In an attempt not to be outdone by its West Midlands counterpart in Birmingham, Nottingham City Council has also declared itself ‘effectively Bankrupt’ in recent days.
This means that like Birmingham City Council, Nottingham City Council will stop all spending other than those services it must provide by law.
The ‘effective Bankruptcy’ comes as a result of a Council filing a s114 Report under the Local Government Finance Act 1988.
Nottingham has apparently received an increased demand for children’s and adults’ social care, as well as increased levels of homelessness and also cited inflation as having had an impact on its finances.
Nottingham City Council will now work with the Department for Levelling Up, Housing and Communities (“DLUHC”) to “put the council on a stable financial footing for the future”.
This comes as Nottingham had opened a new £10m library last Tuesday, however City Council leader David Mellen has said that “We will continue to pay our bills… and staff”.
There are some similarities with the issues faced by Birmingham City Council, who filed a s114 Report in September, but one apparent difference is that Nottingham does not appear to be beset by a staggeringly-large Equal Pay claim.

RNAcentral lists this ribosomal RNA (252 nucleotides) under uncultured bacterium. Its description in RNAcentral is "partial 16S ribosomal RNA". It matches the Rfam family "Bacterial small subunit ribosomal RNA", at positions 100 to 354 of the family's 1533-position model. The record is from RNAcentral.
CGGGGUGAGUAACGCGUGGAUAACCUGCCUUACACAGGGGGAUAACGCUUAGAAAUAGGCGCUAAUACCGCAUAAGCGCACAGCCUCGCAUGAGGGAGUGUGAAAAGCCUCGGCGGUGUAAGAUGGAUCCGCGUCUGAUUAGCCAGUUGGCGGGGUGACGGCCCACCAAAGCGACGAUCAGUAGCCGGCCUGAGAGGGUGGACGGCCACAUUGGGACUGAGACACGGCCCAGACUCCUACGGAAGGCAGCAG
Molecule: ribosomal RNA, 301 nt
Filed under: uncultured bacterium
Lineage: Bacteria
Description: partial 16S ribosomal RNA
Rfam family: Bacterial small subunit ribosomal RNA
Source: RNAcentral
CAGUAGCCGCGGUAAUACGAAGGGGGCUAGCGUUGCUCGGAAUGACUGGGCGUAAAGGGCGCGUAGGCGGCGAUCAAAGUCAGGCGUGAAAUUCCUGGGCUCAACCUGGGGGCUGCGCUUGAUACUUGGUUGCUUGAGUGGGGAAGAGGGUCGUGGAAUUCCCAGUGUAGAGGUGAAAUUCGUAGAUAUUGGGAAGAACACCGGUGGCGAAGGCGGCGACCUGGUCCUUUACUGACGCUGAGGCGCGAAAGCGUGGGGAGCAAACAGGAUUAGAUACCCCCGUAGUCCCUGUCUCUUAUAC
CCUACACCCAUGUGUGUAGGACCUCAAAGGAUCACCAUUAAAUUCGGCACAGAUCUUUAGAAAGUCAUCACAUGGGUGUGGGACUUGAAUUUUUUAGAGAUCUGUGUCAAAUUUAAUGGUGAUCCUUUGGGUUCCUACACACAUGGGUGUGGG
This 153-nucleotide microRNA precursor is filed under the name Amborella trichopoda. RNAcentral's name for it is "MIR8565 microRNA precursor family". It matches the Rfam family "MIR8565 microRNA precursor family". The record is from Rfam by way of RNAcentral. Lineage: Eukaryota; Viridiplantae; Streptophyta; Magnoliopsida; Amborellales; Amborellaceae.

Nottingham City Council has had “serious governance and financial issues” and DLUHC had to intervene last year. Labour, who run the Council, said that "All councils are facing these pressures and many will be considering the issuing of a section 114.”
Back to Birmingham, and it emerged in recent weeks that the equal pay claims encountered there were thought to be able to be settled for a fraction of the potential £760m it is anticipated the Council will have to pay. An alleged ‘memorandum of understanding’ was entered into with trade unions and staff, but then the deal collapsed when it was discovered that the Council had not implemented a crucial job evaluation scheme to ensure male and female employees were paid equally, and that their old ‘task and finish’ practices were still ongoing (where staff could clock off once their work was done, and still be paid for their full shift).
Michael Gove, Secretary of State for Levelling Up has said that Birmingham had suffered from "under-performance, poor leadership, weak governance, woeful mismanagement of employee relations and ineffective service delivery”.